Here's some food for thought as the Cubs begin their first interleague series tonight, with their first use of the designated hitter in 2010.
Ubaldo Jimenez of the Rockies has been -- so far -- the best pitcher in the major leagues this year, and last night, if not for a infield bouncer in the third inning that wound up as a hit, might have gone into the seventh inning with a shot at his second no-hitter of the season.
And it's not even Memorial Day yet.
If a pitcher this dominant were a Cub, you wouldn't want him injured, right?
During last night's start in Houston, on a hot and humid night with the roof open, Jimenez's leg started to cramp up ... because of something that happened while he was hitting:
Jimenez held the Astros to one broken-bat dribbler hit in seven innings of a 4-0 victory. But he suffered cramping in his left hamstring while running out an infield bouncer in the top of the seventh. He cramped in his right hip while retiring Lance Berkman to open the bottom of the seventh.
Rockies manager Jim Tracy and their trainer had to go out and talk to Jimenez twice in the seventh inning, twice being told by him, "I'm all right", before he was finally pulled as a precaution.
Now, Jimenez is probably fine -- but what if this "cramping" were a pulled hamstring? What if Jimenez then has to go on the DL and misses two weeks or more?
Something very similar happened to Carlos Zambrano last year and he missed several weeks. Jake Peavy hurt himself running the bases in a game last May vs. the Cubs. Chien-Ming Wang, same thing in 2008 -- and many feel that the foot injury Wang suffered while batting helped lead to his shoulder problems. Wang, who was one of the best pitchers in the American League in 2006 and 2007, wasn't the same pitcher after returning from this injury in 2009. He signed with the Nationals this year, but is currently on the 60-day DL.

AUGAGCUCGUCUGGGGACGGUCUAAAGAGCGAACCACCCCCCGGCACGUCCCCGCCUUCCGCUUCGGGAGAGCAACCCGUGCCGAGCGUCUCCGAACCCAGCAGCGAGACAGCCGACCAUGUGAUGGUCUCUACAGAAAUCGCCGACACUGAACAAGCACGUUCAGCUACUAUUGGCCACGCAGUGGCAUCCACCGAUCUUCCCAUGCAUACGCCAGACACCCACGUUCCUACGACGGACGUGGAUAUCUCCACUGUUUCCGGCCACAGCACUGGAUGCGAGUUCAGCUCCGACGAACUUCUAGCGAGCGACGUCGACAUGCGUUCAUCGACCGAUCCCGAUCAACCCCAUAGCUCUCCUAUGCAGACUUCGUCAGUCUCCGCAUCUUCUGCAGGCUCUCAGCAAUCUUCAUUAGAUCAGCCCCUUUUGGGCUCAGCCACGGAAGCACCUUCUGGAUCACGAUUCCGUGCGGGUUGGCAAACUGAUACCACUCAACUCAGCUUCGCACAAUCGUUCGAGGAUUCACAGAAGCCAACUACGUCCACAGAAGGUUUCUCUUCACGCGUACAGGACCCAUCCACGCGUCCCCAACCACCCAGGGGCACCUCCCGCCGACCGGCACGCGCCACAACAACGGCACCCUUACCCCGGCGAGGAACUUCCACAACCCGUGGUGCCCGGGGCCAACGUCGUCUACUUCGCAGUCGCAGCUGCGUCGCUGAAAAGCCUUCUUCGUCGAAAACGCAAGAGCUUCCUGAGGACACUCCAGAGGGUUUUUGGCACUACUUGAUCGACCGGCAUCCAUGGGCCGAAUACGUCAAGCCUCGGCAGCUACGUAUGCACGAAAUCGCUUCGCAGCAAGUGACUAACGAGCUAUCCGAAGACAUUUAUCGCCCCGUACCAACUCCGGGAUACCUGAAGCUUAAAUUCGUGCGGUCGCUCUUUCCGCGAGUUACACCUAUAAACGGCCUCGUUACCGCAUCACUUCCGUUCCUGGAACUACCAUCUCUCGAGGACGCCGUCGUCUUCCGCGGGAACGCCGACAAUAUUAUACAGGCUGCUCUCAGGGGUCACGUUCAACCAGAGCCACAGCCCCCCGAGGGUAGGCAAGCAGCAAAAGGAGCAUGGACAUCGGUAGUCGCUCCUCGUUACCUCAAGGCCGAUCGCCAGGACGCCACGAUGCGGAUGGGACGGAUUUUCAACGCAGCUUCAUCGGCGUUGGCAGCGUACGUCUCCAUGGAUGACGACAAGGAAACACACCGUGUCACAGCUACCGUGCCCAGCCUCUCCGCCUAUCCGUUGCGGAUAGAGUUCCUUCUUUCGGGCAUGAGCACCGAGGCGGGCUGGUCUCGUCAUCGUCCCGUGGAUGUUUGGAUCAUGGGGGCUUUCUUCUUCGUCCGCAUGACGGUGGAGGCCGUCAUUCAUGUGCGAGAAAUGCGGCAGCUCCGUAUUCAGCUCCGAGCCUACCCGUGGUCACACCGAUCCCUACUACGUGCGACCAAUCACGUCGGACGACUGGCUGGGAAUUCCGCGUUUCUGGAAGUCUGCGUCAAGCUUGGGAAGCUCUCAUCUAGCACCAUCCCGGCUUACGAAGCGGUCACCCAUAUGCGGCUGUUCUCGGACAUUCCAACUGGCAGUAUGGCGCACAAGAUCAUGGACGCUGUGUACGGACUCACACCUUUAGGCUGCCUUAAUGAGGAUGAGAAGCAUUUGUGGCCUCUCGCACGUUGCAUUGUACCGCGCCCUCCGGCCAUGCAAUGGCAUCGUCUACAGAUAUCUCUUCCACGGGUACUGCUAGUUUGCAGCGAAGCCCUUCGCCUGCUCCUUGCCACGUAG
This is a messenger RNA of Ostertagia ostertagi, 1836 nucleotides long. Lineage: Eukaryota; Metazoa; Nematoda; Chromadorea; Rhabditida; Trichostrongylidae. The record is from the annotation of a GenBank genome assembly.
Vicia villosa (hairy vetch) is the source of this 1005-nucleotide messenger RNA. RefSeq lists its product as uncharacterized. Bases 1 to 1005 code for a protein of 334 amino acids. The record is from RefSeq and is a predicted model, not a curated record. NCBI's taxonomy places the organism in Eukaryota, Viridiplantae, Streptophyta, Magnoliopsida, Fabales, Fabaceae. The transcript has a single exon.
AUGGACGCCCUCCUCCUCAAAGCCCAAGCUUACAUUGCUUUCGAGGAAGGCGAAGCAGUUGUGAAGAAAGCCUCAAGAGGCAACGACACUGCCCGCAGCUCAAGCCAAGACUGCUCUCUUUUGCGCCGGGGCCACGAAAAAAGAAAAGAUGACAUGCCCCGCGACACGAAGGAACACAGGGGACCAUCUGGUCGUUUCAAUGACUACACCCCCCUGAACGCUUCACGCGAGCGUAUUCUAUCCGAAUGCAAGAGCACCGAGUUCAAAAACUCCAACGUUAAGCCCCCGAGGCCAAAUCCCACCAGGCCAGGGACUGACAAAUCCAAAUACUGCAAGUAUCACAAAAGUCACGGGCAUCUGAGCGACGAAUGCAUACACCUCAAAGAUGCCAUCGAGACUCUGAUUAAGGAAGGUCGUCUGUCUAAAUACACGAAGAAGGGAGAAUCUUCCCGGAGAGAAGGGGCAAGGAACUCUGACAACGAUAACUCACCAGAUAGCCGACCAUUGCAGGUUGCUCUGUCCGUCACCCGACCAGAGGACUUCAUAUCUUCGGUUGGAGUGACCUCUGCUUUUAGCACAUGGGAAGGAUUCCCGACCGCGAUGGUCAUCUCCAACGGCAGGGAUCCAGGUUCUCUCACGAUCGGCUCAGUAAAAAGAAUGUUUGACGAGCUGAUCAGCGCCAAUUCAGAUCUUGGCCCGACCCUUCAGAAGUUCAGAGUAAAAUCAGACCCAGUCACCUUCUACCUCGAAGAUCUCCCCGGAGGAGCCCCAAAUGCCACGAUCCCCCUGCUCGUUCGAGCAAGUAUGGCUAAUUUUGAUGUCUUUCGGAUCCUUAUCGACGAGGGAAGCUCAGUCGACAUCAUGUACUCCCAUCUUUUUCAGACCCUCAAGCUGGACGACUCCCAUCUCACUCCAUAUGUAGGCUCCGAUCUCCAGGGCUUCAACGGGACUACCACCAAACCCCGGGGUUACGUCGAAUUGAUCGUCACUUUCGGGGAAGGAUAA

There are millions of dollars invested in pitchers like this, including Jimenez, who is signed through 2012 with a couple of relatively inexpensive (for today's market) club options for 2013 and 2014. And teams don't want investments like this injured while doing something that isn't their primary responsibility -- batting or running the bases.
This is why the designated hitter is, I believe, almost certain to come to the National League, probably by 2012. It will undoubtedly be a bargaining chip in the next labor negotiation -- the current agreement expires on December 11, 2011.
I'm not a big fan of the DH. I like the strategy involved with a pitcher in the lineup -- that is, when the Cubs manager, be it Dusty Baker or Lou Piniella, remembers how to use double-switches properly. But the DH has been part of baseball now for 38 seasons. It is used in every professional league except the National League. In the last ten years or so, it has helped make the American League dominant in both interleague play and the World Series.
It's coming. I think it's necessary, if for no other reasons than to protect multimillion dollar investments and to level the playing field between leagues.
And one more thing. If the NL does in fact adopt the DH at the start of the 2012 season, it will make the last three years of Alfonso Soriano's contract more worthwhile -- as he can serve that role and not have to play the field any more.